Egypt's War On Hamas
Translations of this item:
Hamas faces two options: either to initiate a new confrontation with Israel to create Arab and Islamic pressure on Egypt to halt its war, or to confront the Egyptian army in a direct military engagement by joining forces with the jihadis in Sinai.
For the past two months, the Egyptians have been at war not only with the jihadis in Sinai, but also in an all-out war with the Palestinian Hamas movement in the Gaza Strip.
This war is being waged on two fronts: in the media and along the border between the Gaza Strip and Egypt.
As far as Hamas is concerned, this is a war of survival that it cannot afford to lose.
An Egyptian army watchtower at Rafah, along the Gaza Strip border with Egypt, April 2009. (Photo credit: Marius Arnesen)
The Egyptian war is clearly hurting Hamas much more than the two military offensives launched by the Israel Defense Forces in the Gaza Strip since 2008.
Hamas officials in the Gaza Strip are now talking openly about the Egyptian war, which they believe is aimed at toppling their regime there.
The officials admit that they were not prepared for this war from the largest Arab country, which until last June was their main ally in the Arab and Islamic countries.
Since the ouster of Egypt's President Mohamed Morsi, the state-controlled media in Egypt has turned Hamas into the country's number one enemy.
Almost every day an Egyptian newspaper runs a story about Hamas's ongoing attempts to undermine Egypt's national security, and its involvement in terror attacks against the Egyptian army.
Hamas spokesmen in the Gaza Strip now spend most of their time denying the allegations and accusing the Egyptian media of waging a smear campaign not only against their movement,but all Palestinians.
The media offensive has been accompanied by a series of security measures that have convinced Hamas leaders they are in a state of war with Egypt.
Apart from banning Hamas representatives from entering Egypt, the Egyptian authorities have imposed severe travel restrictions on residents of the Gaza Strip.
The Rafah border crossing between Gaza and Egypt has been shut for most of the time over the past two months, with the Egyptian authorities citing "security reasons" for the closure.
But the most drastic measure taken by the Egyptians so far, which is really hurting Hamas, is the destruction of hundreds of smuggling tunnels along the border with the Gaza Strip.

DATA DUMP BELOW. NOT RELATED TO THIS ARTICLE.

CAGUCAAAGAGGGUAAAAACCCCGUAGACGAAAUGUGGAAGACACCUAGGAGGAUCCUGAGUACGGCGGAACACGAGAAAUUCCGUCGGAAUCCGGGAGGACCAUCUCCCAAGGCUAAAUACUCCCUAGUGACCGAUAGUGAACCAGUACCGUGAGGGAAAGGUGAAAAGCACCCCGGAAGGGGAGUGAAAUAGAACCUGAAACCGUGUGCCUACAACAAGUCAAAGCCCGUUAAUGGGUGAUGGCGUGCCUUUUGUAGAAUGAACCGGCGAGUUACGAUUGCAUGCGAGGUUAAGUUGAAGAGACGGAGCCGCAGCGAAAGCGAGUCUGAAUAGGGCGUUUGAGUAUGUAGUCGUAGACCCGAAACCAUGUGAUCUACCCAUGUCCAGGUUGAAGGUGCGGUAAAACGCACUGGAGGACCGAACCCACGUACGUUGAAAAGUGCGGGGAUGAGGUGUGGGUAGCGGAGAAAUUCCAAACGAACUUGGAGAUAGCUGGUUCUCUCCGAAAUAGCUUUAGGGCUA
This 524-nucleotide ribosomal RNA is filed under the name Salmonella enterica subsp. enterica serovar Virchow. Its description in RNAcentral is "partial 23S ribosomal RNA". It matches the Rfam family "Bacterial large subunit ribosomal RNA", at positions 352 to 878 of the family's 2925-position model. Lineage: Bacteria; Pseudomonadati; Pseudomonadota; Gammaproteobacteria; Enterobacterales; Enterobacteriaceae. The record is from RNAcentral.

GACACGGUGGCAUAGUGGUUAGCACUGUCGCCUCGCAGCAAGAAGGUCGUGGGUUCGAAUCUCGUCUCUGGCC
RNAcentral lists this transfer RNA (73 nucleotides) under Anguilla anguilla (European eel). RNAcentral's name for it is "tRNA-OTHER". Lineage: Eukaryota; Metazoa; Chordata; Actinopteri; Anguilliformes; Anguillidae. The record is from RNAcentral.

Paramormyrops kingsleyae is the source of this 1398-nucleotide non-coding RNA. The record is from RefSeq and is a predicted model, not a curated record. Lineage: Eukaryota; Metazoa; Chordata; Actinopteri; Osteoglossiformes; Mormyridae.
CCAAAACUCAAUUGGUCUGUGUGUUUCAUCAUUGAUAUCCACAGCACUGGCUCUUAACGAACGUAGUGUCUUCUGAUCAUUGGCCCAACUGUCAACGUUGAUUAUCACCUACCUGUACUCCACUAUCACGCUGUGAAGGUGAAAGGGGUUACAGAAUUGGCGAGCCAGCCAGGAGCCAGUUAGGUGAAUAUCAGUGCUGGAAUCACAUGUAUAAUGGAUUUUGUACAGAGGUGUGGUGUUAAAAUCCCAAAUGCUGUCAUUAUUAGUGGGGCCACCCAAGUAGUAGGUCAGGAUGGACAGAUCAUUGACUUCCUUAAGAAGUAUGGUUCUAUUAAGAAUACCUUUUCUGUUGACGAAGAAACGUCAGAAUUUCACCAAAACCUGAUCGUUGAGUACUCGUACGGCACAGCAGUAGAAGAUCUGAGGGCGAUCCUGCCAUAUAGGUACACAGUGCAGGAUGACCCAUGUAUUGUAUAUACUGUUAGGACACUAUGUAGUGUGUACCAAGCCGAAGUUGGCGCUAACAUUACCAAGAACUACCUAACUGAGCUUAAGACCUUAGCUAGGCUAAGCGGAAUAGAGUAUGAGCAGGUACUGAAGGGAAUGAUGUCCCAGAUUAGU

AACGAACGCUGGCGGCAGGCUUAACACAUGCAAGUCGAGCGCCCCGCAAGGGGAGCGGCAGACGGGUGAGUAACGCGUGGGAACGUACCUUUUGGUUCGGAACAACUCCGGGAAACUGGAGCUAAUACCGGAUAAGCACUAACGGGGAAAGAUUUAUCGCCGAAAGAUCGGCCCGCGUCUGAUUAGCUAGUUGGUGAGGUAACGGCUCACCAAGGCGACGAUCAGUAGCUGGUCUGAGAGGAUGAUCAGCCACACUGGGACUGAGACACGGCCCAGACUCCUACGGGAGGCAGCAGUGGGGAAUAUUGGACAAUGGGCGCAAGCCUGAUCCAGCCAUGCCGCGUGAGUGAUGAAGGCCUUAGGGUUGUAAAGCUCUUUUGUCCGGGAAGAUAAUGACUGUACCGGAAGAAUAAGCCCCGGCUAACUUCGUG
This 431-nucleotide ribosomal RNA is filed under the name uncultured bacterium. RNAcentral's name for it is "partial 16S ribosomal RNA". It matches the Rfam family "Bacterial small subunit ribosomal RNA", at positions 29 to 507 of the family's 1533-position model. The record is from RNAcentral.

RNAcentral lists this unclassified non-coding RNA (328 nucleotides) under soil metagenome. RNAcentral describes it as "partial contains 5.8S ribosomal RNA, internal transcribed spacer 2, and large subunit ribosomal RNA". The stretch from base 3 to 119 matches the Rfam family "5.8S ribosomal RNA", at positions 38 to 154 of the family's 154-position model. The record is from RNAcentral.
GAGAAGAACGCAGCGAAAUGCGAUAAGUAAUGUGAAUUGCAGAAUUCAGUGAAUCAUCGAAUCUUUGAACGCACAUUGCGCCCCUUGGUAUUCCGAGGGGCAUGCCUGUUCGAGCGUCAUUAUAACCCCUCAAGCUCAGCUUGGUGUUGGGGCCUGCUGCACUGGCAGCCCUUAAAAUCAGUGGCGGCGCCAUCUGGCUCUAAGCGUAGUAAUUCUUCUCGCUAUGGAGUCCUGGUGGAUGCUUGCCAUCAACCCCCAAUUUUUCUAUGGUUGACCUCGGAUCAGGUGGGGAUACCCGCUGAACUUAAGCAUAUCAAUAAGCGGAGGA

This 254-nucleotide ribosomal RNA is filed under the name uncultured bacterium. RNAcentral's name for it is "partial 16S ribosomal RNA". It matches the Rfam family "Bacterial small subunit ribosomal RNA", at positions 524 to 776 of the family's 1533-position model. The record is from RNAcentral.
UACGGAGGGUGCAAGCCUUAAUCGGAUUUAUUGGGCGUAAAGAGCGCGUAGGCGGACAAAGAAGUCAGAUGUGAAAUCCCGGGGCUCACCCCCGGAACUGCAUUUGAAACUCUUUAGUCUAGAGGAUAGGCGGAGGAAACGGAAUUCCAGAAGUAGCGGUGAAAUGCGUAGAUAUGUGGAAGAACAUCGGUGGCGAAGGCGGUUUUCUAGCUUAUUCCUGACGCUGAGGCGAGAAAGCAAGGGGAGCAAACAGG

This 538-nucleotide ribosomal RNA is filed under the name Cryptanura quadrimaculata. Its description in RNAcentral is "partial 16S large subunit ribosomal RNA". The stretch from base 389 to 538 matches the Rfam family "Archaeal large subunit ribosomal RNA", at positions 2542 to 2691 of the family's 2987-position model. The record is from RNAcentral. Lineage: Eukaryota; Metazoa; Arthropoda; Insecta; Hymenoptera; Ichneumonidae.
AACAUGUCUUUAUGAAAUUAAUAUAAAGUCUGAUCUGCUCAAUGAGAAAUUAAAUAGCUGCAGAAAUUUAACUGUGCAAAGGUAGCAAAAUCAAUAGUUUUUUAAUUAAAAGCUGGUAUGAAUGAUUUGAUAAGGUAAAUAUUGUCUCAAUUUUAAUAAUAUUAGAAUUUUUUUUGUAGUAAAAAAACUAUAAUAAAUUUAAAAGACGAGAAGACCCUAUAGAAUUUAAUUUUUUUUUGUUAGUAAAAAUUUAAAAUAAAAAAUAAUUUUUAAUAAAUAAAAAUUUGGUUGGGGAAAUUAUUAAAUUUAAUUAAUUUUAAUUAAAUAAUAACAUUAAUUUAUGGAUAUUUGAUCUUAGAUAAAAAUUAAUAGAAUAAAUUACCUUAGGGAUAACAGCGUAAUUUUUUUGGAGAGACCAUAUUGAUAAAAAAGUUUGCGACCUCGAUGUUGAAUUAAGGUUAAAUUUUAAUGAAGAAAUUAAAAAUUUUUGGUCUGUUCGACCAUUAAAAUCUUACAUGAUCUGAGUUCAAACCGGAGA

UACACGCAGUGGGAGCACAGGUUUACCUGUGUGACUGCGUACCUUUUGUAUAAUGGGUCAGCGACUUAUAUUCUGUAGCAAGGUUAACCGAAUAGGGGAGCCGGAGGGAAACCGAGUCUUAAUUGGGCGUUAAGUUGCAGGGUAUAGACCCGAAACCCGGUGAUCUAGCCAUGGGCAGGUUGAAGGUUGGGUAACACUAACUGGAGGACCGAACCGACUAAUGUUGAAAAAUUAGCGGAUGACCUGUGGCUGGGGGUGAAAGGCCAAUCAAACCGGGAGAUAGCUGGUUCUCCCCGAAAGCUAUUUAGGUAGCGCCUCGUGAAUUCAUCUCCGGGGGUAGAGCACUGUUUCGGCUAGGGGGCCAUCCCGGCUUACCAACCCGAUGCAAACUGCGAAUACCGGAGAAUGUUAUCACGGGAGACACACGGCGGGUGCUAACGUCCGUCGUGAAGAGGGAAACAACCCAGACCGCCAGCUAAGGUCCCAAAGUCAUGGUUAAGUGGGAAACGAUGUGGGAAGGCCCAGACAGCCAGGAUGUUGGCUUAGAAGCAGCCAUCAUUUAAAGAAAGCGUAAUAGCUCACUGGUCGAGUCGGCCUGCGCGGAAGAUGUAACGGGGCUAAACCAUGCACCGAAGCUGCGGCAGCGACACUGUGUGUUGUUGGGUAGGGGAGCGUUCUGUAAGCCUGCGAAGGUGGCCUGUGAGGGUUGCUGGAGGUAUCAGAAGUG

The Egyptians are now in the process of creating a buffer zone between the Gaza Strip and Egypt after having razed several homes and leveled land along the border.
These are the same Egyptians who used to condemn Israel for every military strike aimed at thwarting rocket attacks from the Gaza Strip against Israeli cities and towns.
All these measures have prompted some Hamas officials to wonder whether Egypt was planning to launch a military operation inside the Gaza Strip under the pretext of combating terror.
Hamas believes that as part of this war, Egyptian intelligence officials are behind a new group called Tamarod [Rebellion] whose members have vowed to overthrow the Hamas regime in November. In recent weeks, Hamas arrested dozens of Palestinians in the Gaza Strip on suspicion of being involved with the new group, which carries the same name as the Egyptian movement that campaigned against Morsi.
The Egyptian security measures have thus far resulted in a severe shortage of basic goods and fuel in the Gaza Strip. Some Hamas leaders warned this week that the Gaza Strip is facing a humanitarian and economic crisis as a result of the Egyptian army's measures.
Until recently, Hamas leaders were careful not to engage in a direct confrontation with the new rulers of Egypt. But in recent days several Hamas officials are beginning to regard Egypt's security measures as an act of war against the Gaza Strip.
For now, the Egyptians do not want to admit that they are at war with Hamas, preferring instead to describe their measures as part of a campaign against terror. Hamas, for its part, has internalized the fact that it is at war with Egypt.